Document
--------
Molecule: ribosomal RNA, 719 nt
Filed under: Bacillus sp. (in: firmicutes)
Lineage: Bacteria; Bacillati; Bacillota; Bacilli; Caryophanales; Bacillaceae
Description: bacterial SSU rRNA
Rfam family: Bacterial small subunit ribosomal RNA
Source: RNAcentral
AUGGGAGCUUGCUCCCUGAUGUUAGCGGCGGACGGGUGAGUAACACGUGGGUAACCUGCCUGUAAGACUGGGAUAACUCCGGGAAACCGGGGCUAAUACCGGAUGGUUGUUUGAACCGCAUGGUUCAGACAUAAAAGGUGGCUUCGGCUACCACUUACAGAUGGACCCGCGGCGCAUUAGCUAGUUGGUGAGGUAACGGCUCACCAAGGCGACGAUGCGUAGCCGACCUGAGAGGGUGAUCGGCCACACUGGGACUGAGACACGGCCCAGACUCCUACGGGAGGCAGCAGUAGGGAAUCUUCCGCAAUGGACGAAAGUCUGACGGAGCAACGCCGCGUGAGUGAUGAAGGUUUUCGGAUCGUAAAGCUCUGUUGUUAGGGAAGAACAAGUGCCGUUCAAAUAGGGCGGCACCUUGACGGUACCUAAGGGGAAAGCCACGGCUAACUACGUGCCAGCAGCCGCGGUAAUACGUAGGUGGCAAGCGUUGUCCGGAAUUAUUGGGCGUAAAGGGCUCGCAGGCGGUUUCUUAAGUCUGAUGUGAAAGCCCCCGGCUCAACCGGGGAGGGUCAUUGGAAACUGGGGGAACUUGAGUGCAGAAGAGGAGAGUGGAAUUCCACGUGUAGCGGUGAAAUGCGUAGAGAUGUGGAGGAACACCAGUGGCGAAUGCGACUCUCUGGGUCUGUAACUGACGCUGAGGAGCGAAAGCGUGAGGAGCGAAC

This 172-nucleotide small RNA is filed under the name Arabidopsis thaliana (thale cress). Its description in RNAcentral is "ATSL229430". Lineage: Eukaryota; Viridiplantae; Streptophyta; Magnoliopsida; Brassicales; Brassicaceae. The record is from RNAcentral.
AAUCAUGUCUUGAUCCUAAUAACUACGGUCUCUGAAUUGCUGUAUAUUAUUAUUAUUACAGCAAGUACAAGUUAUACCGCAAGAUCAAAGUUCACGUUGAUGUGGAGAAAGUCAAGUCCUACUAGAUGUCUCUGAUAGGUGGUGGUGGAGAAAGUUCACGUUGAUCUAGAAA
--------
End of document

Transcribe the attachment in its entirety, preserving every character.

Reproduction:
Molecule: ribosomal RNA, 719 nt
Filed under: Bacillus sp. (in: firmicutes)
Lineage: Bacteria; Bacillati; Bacillota; Bacilli; Caryophanales; Bacillaceae
Description: bacterial SSU rRNA
Rfam family: Bacterial small subunit ribosomal RNA
Source: RNAcentral
AUGGGAGCUUGCUCCCUGAUGUUAGCGGCGGACGGGUGAGUAACACGUGGGUAACCUGCCUGUAAGACUGGGAUAACUCCGGGAAACCGGGGCUAAUACCGGAUGGUUGUUUGAACCGCAUGGUUCAGACAUAAAAGGUGGCUUCGGCUACCACUUACAGAUGGACCCGCGGCGCAUUAGCUAGUUGGUGAGGUAACGGCUCACCAAGGCGACGAUGCGUAGCCGACCUGAGAGGGUGAUCGGCCACACUGGGACUGAGACACGGCCCAGACUCCUACGGGAGGCAGCAGUAGGGAAUCUUCCGCAAUGGACGAAAGUCUGACGGAGCAACGCCGCGUGAGUGAUGAAGGUUUUCGGAUCGUAAAGCUCUGUUGUUAGGGAAGAACAAGUGCCGUUCAAAUAGGGCGGCACCUUGACGGUACCUAAGGGGAAAGCCACGGCUAACUACGUGCCAGCAGCCGCGGUAAUACGUAGGUGGCAAGCGUUGUCCGGAAUUAUUGGGCGUAAAGGGCUCGCAGGCGGUUUCUUAAGUCUGAUGUGAAAGCCCCCGGCUCAACCGGGGAGGGUCAUUGGAAACUGGGGGAACUUGAGUGCAGAAGAGGAGAGUGGAAUUCCACGUGUAGCGGUGAAAUGCGUAGAGAUGUGGAGGAACACCAGUGGCGAAUGCGACUCUCUGGGUCUGUAACUGACGCUGAGGAGCGAAAGCGUGAGGAGCGAAC

This 172-nucleotide small RNA is filed under the name Arabidopsis thaliana (thale cress). Its description in RNAcentral is "ATSL229430". Lineage: Eukaryota; Viridiplantae; Streptophyta; Magnoliopsida; Brassicales; Brassicaceae. The record is from RNAcentral.
AAUCAUGUCUUGAUCCUAAUAACUACGGUCUCUGAAUUGCUGUAUAUUAUUAUUAUUACAGCAAGUACAAGUUAUACCGCAAGAUCAAAGUUCACGUUGAUGUGGAGAAAGUCAAGUCCUACUAGAUGUCUCUGAUAGGUGGUGGUGGAGAAAGUUCACGUUGAUCUAGAAA